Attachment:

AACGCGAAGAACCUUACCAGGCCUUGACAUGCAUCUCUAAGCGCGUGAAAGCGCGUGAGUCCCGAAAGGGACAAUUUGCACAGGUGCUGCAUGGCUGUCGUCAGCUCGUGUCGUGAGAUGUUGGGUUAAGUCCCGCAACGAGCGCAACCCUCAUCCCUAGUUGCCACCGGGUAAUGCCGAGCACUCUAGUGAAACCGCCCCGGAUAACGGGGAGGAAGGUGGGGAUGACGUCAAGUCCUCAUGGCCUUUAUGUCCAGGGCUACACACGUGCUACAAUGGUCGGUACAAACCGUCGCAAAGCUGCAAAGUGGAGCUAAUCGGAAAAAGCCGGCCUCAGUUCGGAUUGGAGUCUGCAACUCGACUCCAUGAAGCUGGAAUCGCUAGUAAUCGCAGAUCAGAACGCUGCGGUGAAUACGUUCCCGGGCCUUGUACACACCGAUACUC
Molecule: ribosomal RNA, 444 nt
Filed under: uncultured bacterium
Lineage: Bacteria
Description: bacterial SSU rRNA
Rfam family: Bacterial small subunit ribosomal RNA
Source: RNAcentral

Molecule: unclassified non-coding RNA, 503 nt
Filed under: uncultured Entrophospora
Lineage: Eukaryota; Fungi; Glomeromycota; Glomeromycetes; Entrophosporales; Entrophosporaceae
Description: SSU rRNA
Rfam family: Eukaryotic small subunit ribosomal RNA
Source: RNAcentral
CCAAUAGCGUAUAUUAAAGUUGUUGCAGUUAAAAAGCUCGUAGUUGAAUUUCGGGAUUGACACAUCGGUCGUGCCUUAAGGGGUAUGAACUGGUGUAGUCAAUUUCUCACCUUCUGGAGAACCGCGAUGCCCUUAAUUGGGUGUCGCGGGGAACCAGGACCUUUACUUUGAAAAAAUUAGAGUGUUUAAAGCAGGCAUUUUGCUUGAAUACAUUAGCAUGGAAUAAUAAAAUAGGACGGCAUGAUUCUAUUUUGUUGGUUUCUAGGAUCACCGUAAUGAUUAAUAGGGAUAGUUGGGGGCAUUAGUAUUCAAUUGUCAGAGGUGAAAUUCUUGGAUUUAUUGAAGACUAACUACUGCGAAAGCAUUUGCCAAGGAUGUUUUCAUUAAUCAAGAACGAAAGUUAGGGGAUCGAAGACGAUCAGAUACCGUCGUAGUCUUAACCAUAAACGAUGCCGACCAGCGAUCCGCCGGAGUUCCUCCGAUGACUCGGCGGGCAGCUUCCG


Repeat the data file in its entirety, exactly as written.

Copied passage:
AACGCGAAGAACCUUACCAGGCCUUGACAUGCAUCUCUAAGCGCGUGAAAGCGCGUGAGUCCCGAAAGGGACAAUUUGCACAGGUGCUGCAUGGCUGUCGUCAGCUCGUGUCGUGAGAUGUUGGGUUAAGUCCCGCAACGAGCGCAACCCUCAUCCCUAGUUGCCACCGGGUAAUGCCGAGCACUCUAGUGAAACCGCCCCGGAUAACGGGGAGGAAGGUGGGGAUGACGUCAAGUCCUCAUGGCCUUUAUGUCCAGGGCUACACACGUGCUACAAUGGUCGGUACAAACCGUCGCAAAGCUGCAAAGUGGAGCUAAUCGGAAAAAGCCGGCCUCAGUUCGGAUUGGAGUCUGCAACUCGACUCCAUGAAGCUGGAAUCGCUAGUAAUCGCAGAUCAGAACGCUGCGGUGAAUACGUUCCCGGGCCUUGUACACACCGAUACUC
Molecule: ribosomal RNA, 444 nt
Filed under: uncultured bacterium
Lineage: Bacteria
Description: bacterial SSU rRNA
Rfam family: Bacterial small subunit ribosomal RNA
Source: RNAcentral

Molecule: unclassified non-coding RNA, 503 nt
Filed under: uncultured Entrophospora
Lineage: Eukaryota; Fungi; Glomeromycota; Glomeromycetes; Entrophosporales; Entrophosporaceae
Description: SSU rRNA
Rfam family: Eukaryotic small subunit ribosomal RNA
Source: RNAcentral
CCAAUAGCGUAUAUUAAAGUUGUUGCAGUUAAAAAGCUCGUAGUUGAAUUUCGGGAUUGACACAUCGGUCGUGCCUUAAGGGGUAUGAACUGGUGUAGUCAAUUUCUCACCUUCUGGAGAACCGCGAUGCCCUUAAUUGGGUGUCGCGGGGAACCAGGACCUUUACUUUGAAAAAAUUAGAGUGUUUAAAGCAGGCAUUUUGCUUGAAUACAUUAGCAUGGAAUAAUAAAAUAGGACGGCAUGAUUCUAUUUUGUUGGUUUCUAGGAUCACCGUAAUGAUUAAUAGGGAUAGUUGGGGGCAUUAGUAUUCAAUUGUCAGAGGUGAAAUUCUUGGAUUUAUUGAAGACUAACUACUGCGAAAGCAUUUGCCAAGGAUGUUUUCAUUAAUCAAGAACGAAAGUUAGGGGAUCGAAGACGAUCAGAUACCGUCGUAGUCUUAACCAUAAACGAUGCCGACCAGCGAUCCGCCGGAGUUCCUCCGAUGACUCGGCGGGCAGCUUCCG